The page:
Exploring Service Workers

Proactive Background Caching

Kyle Simpson

Kyle Simpson

You Don't Know JS
Exploring Service Workers

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The "Proactive Background Caching" Lesson is part of the full, Exploring Service Workers course featured in this preview video. Here's what you'd learn in this lesson:

Kyle explains how to slowly load posts in the background by caching all posts by ID during the service worker's initialization.


Transcript from the "Proactive Background Caching" Lesson

>> Kyle Simpson: We just mentioned that those blog posts aren't getting kind of proactively cashed. They're only getting cashed when we have visited them, which might entirely be the strategy you wanna use. You might not want to stuff stuff into somebody's cache if they haven't actually utilized it. But you might want to load old historical blog posts kind of slowly in the background while they browse around the site.

That way, if they happen to go offline and happen to be clicking around, they're just pleasantly delighted to find out that there's a lot of content that's already there. So we're gonna do a very basic form of that. I've updated my version, and I'm gonna keep track of whether or not I'm actually doing this.

But it's gonna not be all at once, it's gonna kinda be with long delays in the background. So I'm going to, when I start up my service worker the first time, start trying to cache all of the posts. And here's my strategy, I'm gonna make a request to the server to ask for all the current post IDs, that API request.

And I'm gonna use all those post IDs to generate the URLs that I wanna make a request and cache for. So here's my cacheAllPosts function. If I'm already caching, because that's been spun off by something else, then just return. Go ahead and delay five seconds, this is just a promise if I'd set timeout, by the way.

Just go ahead and wait five seconds so that we're allowing other stuff, the initial page load and initialization to happen. We don't wanna take over their bandwidth right away. But then, just kind of in the background, what we're gonna do is make a request for get-posts. If we don't already have it, we're gonna stick it in the cache.

>> Kyle Simpson: If we are not online, we're gonna try to get it out of the cache and use the cached version for what we wanna pull out. So once I have a list of post IDs, if there's greater than zero, if there are posts that I wanna deal with, I'm gonna call this cachePost function with whatever the first post is.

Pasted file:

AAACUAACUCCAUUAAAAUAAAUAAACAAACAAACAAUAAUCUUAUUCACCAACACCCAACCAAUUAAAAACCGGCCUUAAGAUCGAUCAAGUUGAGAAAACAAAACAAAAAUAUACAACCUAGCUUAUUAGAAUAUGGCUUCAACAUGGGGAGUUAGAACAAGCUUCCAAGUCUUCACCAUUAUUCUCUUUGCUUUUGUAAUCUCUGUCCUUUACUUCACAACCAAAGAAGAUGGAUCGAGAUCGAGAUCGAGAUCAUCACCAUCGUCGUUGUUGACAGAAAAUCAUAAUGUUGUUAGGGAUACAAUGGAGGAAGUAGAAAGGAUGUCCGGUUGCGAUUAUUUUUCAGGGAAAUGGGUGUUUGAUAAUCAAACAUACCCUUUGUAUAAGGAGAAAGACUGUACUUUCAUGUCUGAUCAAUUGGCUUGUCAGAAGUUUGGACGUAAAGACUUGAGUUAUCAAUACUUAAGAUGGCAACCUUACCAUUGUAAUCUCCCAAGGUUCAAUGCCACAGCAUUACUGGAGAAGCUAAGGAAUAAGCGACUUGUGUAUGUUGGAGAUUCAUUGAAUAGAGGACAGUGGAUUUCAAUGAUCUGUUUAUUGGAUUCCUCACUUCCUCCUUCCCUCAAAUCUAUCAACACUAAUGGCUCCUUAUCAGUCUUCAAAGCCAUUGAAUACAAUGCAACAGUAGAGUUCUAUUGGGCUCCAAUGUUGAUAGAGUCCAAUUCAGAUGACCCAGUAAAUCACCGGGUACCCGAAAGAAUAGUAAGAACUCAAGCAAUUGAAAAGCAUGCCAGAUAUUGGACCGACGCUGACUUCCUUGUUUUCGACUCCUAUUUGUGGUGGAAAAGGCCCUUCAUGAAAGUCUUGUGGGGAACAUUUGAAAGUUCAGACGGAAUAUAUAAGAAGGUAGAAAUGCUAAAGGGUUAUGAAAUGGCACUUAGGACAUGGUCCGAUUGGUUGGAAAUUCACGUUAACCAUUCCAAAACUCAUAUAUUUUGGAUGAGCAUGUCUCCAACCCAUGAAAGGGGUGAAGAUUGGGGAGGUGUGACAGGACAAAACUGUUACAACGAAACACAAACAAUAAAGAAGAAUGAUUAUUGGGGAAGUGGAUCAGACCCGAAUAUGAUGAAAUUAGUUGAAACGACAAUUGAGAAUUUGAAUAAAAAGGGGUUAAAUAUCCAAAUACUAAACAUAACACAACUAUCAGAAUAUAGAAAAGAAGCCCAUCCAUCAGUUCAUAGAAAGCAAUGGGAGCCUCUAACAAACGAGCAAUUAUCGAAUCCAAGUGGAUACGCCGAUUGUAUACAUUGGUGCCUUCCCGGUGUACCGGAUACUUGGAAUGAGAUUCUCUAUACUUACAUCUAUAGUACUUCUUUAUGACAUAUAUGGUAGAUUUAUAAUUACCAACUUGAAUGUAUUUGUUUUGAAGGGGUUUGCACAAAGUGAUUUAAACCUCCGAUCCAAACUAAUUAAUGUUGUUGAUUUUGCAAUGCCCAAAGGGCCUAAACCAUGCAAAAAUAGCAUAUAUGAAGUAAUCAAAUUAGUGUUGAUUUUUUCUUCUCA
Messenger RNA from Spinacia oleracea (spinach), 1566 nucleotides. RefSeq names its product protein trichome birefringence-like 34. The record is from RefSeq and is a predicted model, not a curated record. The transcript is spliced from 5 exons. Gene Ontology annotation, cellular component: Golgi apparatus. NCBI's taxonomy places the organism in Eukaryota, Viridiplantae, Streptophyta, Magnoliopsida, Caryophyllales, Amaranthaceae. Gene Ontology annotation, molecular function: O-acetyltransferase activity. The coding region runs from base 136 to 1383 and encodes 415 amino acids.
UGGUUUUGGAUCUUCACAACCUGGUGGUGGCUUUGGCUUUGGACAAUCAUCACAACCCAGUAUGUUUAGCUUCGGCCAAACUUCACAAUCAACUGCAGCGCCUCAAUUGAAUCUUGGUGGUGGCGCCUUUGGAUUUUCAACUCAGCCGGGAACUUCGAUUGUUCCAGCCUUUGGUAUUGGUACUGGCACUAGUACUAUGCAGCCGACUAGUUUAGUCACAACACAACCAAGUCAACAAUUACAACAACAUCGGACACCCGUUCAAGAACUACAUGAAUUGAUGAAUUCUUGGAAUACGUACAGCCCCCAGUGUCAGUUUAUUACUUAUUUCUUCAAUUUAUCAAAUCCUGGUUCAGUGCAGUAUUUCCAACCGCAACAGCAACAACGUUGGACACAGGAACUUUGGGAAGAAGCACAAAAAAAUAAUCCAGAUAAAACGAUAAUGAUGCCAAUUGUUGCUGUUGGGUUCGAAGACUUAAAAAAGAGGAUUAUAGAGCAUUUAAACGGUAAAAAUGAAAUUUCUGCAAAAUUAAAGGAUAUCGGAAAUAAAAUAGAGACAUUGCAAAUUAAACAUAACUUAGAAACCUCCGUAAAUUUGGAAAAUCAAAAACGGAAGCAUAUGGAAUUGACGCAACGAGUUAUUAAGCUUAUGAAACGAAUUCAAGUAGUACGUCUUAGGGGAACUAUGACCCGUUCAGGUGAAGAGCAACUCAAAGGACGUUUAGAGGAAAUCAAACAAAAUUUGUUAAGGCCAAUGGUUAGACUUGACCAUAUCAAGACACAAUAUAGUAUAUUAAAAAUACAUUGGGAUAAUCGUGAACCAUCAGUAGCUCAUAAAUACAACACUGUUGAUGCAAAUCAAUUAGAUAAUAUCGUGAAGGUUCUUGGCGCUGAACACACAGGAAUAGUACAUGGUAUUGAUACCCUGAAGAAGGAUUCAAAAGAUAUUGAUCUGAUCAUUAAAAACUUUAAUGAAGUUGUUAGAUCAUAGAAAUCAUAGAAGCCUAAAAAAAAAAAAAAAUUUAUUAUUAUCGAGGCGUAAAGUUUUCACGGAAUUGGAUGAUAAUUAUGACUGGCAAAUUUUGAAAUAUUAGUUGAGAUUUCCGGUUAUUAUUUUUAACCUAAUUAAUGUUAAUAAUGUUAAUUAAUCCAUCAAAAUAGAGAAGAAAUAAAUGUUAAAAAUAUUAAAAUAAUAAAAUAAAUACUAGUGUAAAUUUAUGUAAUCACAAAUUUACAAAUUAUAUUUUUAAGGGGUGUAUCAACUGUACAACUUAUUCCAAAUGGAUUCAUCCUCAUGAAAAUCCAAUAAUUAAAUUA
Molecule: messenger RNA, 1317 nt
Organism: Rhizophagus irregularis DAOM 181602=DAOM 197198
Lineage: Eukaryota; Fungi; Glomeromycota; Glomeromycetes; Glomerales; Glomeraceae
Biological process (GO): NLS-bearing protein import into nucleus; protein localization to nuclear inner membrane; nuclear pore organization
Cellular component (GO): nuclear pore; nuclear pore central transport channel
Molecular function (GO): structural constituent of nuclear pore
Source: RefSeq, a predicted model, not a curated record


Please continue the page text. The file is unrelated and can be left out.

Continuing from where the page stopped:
So I'm gonna work from current all the way backwards. We want the most recent ones first, and then we'll get the older and older ones as we go. So cachePost just constructs the URL from that post ID. If we're not telling the cache function that it should forcibly get all these, then we'll just check to see if we already have it.

So if we already have it, no reason to re-request it. But when we've done a service worker update, just like we get all of the other stuff, we should get all of the new blog posts, in case any of them have been updated with new fixes, the typos.

Okay, so if we're not checking the cache or it's not in the cache, then if we know that we need to cache it, let's just wait ten seconds between each request. Cuz again, we wanna be very friendly to the network, we don't wanna overload the network with a bunch of requests unnecessarily.

So we'll just wait ten seconds, make the request for that blog post. If we find it, put it into the cache. And then if that failed, then we'll retry it again. So we'll try it, and if that failed, try again in ten seconds, and if that failed, try again in ten seconds.

And it'll just sort of sit there, going over there on the page, it'll be attempting to get these old blog posts. If that has all succeeded, then we check to see if we have any more caches and then we do it again. So we're just gonna, every ten seconds, just try to keep loading ones, we're successful, move on to the next one.

And if we add thousands of posts, just eventually, over time, somebody would have gotten all of those posts. But they won't get all of them necessarily all at once, they'll get a few dozen each time they visit, for example.
>> Kyle Simpson: Okay, so let's demo that working. So the first thing I'm gonna do, we need to go back online, and I'm gonna go ahead and clear out my cache.

I'm gonna kill my service worker, clear out the network, clear out my console.
>> Kyle Simpson: And we'll start up on the about page. And I'm gonna come over here, and I want us to watch, there's our get-posts, we were waiting five seconds for it. Now we're waiting ten seconds.

And in about four more seconds, we should see the first post got cashed. And now we're waiting ten more seconds, and then,
>> Kyle Simpson: The last post got cached. We check our cache. Sure enough, even though we haven't yet visited these blog posts, the blog posts are in our cache.

And if we go offline, we'll be able to go visit them.
>> Kyle Simpson: This still feels like a website, and that's kind of the point that I wanna make here, above all. We're not trying to turn this into an application. We're just trying to turn this into the kind of user experience that somebody would expect if they weren't thinking about all the vagaries of bad networks or servers being down or things.

They would just kind of expect it to work, and we're now giving them that extra effort, we're making it work.

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